You make the callBy: NATP Research
November 24, 2021

Question: Jon bought a house for $210,000 and used it as his principal residence from 2010 to 2018. From 2019 until 2021, he rented the house to tenants and claimed depreciation deductions of $20,000. In 2021, he plans to exchange the house for $10,000 of cash and a townhouse with a fair market value of $460,000 that he will rent to tenants. Since Jon used the house as a principal residence for two out of the last five years, can he qualify for both §§121 and 1031?

Answer: Yes. Jon’s example is from Rev. Proc. 2005-14, Example 1, and continues below.

Jon’s exchange of a principal residence that he rents for less than three years, for a townhouse intended for rental and cash, satisfies the requirements of both §§121 and 1031. Section 121 does not require the property to be the taxpayer’s principal residence on the sale or exchange date. Because Jon owns and uses the house as his principal residence for at least two years during the five-year period prior to the exchange, he may exclude gain under §121. Because the house is investment property at the time of the exchange, he may defer gain under §1031.

Under Section 4.02(1) of Rev. Proc. 2005-14, as Jon’s preparer you will apply §121 to exclude $250,000 of the $280,000 gain before applying the nonrecognition rules of §1031. The remaining gain of $30,000 is deferred, including the $20,000 gain attributable to depreciation, under §1031. Although Jon receives $10,000 of cash (boot) in the exchange, he is not required to recognize gain because the boot is taken into account for purposes of §1031(b) only to the extent the boot exceeds the amount of excluded gain.

These results are illustrated as follows:

  • Amount realized - $470,000
  • Less adjusted basis - (190,000)
  • Realized gain - $280,000
  • Less gain excluded under §121 - (250,000)
  • Gain to be deferred - $30,000

Jon’s basis in the replacement property is $430,000, which is equal to the basis of the relinquished property at the time of the exchange ($190,000) increased by the gain excluded under §121 ($250,000) and reduced by the cash he receives ($10,000).

Rev. Proc. 2005-14 has six examples that further demonstrate the interaction of §§121 and 1031. This revenue procedure was issued before nonqualified use was enacted into law. However, Jon escapes nonqualified use because the rental activity took place during the five-year period after he used it as his principal residence [§121(b)(5)(C)(ii)(I)]. Lastly, the instructions to Form 8824, Like-Kind Exchanges, indicate how to fill out Form 8824 using the benefit of the §121 exclusion.

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The taxation details of different business entitiesBy: National Association of Tax Professionals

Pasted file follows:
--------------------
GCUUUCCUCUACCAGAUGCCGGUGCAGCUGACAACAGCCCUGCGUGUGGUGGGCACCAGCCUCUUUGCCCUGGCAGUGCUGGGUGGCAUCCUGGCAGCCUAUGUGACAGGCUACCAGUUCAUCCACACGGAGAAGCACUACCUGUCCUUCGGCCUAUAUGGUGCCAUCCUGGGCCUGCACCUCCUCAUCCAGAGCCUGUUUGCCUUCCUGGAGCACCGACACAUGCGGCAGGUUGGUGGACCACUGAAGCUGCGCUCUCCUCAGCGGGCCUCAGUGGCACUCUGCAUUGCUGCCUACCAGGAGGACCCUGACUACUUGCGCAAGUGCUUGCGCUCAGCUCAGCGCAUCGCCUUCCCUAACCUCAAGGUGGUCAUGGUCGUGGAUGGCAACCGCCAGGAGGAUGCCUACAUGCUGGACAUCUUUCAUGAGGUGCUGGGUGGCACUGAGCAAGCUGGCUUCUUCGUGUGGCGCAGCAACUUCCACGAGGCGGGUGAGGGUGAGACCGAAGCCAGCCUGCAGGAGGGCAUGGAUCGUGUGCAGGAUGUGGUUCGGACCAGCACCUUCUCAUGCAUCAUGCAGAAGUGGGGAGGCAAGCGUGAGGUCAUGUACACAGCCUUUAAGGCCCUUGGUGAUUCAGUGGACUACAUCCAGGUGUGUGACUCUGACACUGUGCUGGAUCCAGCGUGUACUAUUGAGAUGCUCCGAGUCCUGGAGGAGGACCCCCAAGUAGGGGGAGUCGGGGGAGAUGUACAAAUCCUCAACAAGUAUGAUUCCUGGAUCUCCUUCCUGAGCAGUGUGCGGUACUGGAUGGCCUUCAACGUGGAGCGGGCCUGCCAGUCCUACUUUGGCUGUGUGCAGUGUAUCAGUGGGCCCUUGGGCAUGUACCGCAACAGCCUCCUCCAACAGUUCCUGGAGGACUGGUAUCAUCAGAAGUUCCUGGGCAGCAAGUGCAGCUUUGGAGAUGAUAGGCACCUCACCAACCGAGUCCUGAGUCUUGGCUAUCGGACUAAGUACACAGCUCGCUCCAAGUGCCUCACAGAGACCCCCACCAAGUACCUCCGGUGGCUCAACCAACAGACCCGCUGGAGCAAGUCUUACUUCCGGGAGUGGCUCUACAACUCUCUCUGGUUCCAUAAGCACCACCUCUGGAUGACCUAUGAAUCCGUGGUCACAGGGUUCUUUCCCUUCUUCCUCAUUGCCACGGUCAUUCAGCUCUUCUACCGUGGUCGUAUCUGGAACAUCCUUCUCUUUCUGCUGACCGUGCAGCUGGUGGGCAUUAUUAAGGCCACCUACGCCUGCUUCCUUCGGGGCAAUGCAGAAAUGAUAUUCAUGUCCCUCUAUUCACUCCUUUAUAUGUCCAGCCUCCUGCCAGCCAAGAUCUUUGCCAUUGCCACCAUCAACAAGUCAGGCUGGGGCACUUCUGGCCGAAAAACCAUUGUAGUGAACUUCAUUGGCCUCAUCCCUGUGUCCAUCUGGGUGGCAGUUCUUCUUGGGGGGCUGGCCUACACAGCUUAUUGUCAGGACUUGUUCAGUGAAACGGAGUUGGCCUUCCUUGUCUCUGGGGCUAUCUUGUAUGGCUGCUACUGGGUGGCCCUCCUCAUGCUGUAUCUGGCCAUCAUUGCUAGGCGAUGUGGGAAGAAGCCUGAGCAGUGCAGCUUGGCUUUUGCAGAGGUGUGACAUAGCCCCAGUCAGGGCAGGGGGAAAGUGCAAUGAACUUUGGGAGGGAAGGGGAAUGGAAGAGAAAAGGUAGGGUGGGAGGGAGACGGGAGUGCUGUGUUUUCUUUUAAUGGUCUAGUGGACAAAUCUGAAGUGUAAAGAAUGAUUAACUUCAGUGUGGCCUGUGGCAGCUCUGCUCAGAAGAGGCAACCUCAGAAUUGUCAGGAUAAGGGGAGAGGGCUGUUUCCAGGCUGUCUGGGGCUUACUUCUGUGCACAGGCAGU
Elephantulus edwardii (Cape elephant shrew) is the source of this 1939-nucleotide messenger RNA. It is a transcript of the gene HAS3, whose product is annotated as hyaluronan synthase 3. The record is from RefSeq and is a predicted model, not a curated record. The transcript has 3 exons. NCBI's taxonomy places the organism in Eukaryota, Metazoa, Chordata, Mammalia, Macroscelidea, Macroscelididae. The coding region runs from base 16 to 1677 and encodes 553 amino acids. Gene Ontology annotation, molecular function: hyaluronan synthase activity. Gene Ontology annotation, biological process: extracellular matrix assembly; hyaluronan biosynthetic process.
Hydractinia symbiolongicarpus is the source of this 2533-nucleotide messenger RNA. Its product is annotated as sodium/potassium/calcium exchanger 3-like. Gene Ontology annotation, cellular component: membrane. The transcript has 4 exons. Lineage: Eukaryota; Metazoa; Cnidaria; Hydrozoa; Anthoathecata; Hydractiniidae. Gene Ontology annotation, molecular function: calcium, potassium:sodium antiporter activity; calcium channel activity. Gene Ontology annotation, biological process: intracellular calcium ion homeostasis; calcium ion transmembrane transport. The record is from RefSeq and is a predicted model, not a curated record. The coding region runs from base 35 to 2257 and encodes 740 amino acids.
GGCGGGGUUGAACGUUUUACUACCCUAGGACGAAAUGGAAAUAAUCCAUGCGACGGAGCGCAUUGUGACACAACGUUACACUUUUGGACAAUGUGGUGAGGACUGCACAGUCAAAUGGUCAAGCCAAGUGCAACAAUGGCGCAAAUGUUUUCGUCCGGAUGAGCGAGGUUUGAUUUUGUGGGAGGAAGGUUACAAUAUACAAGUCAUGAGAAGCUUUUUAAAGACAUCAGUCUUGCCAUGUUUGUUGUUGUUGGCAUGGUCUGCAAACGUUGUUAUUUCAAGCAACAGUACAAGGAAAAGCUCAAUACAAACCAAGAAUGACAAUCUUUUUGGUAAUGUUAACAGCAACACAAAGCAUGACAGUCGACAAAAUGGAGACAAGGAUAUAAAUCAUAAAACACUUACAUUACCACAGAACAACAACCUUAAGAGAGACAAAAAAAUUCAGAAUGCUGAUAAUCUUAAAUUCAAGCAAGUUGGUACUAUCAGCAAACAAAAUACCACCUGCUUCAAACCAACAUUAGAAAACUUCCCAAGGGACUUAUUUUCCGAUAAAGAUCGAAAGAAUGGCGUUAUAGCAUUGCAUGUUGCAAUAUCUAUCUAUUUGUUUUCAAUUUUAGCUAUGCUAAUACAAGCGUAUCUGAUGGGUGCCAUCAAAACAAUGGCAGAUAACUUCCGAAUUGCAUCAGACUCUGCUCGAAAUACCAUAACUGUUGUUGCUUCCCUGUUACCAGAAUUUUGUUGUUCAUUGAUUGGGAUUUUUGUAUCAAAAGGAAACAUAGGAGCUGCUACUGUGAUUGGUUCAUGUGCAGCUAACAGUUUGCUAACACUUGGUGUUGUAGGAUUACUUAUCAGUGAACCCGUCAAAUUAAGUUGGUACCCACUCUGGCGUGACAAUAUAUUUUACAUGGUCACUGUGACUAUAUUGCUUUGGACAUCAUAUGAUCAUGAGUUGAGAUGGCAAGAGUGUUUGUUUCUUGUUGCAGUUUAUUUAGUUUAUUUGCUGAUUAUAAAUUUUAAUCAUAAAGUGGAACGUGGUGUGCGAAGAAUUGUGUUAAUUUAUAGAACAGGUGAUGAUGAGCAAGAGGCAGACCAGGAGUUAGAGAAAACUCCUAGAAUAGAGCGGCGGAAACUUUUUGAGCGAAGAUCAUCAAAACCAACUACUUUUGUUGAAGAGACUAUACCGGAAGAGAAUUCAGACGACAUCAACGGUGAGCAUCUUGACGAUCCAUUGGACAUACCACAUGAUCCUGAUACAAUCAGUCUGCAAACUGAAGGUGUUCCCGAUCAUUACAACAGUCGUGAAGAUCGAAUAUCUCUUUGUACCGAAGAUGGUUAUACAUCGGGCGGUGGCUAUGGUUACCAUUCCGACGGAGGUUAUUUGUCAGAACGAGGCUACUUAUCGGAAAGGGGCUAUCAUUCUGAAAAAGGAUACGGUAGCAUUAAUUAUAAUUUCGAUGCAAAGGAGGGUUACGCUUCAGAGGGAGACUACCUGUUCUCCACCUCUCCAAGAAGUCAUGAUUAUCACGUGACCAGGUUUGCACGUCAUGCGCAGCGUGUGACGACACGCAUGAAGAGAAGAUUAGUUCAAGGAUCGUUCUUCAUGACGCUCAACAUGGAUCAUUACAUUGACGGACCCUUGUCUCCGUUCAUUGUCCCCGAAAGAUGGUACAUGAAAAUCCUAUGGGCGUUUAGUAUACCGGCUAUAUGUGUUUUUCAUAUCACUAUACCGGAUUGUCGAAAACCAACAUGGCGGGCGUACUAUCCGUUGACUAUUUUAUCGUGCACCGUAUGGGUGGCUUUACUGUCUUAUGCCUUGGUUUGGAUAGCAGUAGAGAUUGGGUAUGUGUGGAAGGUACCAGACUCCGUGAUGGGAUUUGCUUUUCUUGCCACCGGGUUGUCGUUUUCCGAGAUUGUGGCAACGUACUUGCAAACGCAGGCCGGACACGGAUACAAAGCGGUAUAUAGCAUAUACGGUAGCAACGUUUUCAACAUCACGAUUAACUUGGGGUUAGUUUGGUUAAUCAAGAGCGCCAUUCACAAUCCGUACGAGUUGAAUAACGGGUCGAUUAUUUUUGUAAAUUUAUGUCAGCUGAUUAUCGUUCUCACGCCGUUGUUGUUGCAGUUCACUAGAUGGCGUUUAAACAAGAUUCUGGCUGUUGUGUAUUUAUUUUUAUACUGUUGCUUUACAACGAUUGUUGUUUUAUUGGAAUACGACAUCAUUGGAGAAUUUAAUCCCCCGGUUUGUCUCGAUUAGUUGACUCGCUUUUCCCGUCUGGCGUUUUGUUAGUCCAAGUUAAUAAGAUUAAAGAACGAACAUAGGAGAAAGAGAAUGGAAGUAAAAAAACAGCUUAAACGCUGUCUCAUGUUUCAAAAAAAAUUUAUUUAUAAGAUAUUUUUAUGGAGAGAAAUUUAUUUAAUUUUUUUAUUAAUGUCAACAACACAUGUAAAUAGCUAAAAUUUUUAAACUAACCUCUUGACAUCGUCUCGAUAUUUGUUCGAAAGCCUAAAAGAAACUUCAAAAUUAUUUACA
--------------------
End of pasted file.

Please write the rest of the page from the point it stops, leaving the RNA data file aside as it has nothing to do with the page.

November 22, 2021

Your business clients looking to expand their enterprise may have started, or are starting to look into their different options. As you, the tax professional, know, there are different types of business entities, and this is a decision that should not be taken lightly as there are potential tax implications and benefits of each type. There are generally five types of partnerships: domestic general partnership, domestic limited partnership, domestic limited liability company, domestic limited liability partnership and foreign partnership. There is also the option to form an S corporation, a C corporation, an LLC, etc.

Partnership returns require a special expertise when it comes time to prepare, and Schedule B must be completed to identify the type of entity filing the partnership return. We’ve compiled a chart that can help you and your business clients when discussing the different business entity types and the tax implications of each.

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Expanding your practice to serve business clients can be a great move to increase revenue and client base. NATP offers many on-demand courses that can help you get started, including Converting a Sole Proprietorship to a Partnership and Learning to Set Up a Partnership.

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Key tax provisions of the Infrastructure Investment and Jobs Act (video)By: NATP Research
November 18, 2021

On Nov. 15, 2021, President Biden signed into law H.R. 3684, Infrastructure Investment and Jobs Act (IIJA). In general, this legislation authorizes funds for federal-aid highways, highway safety programs and transit programs, and for several other purposes, but it also contains key tax provisions.

Here is a summary of what we know right now.

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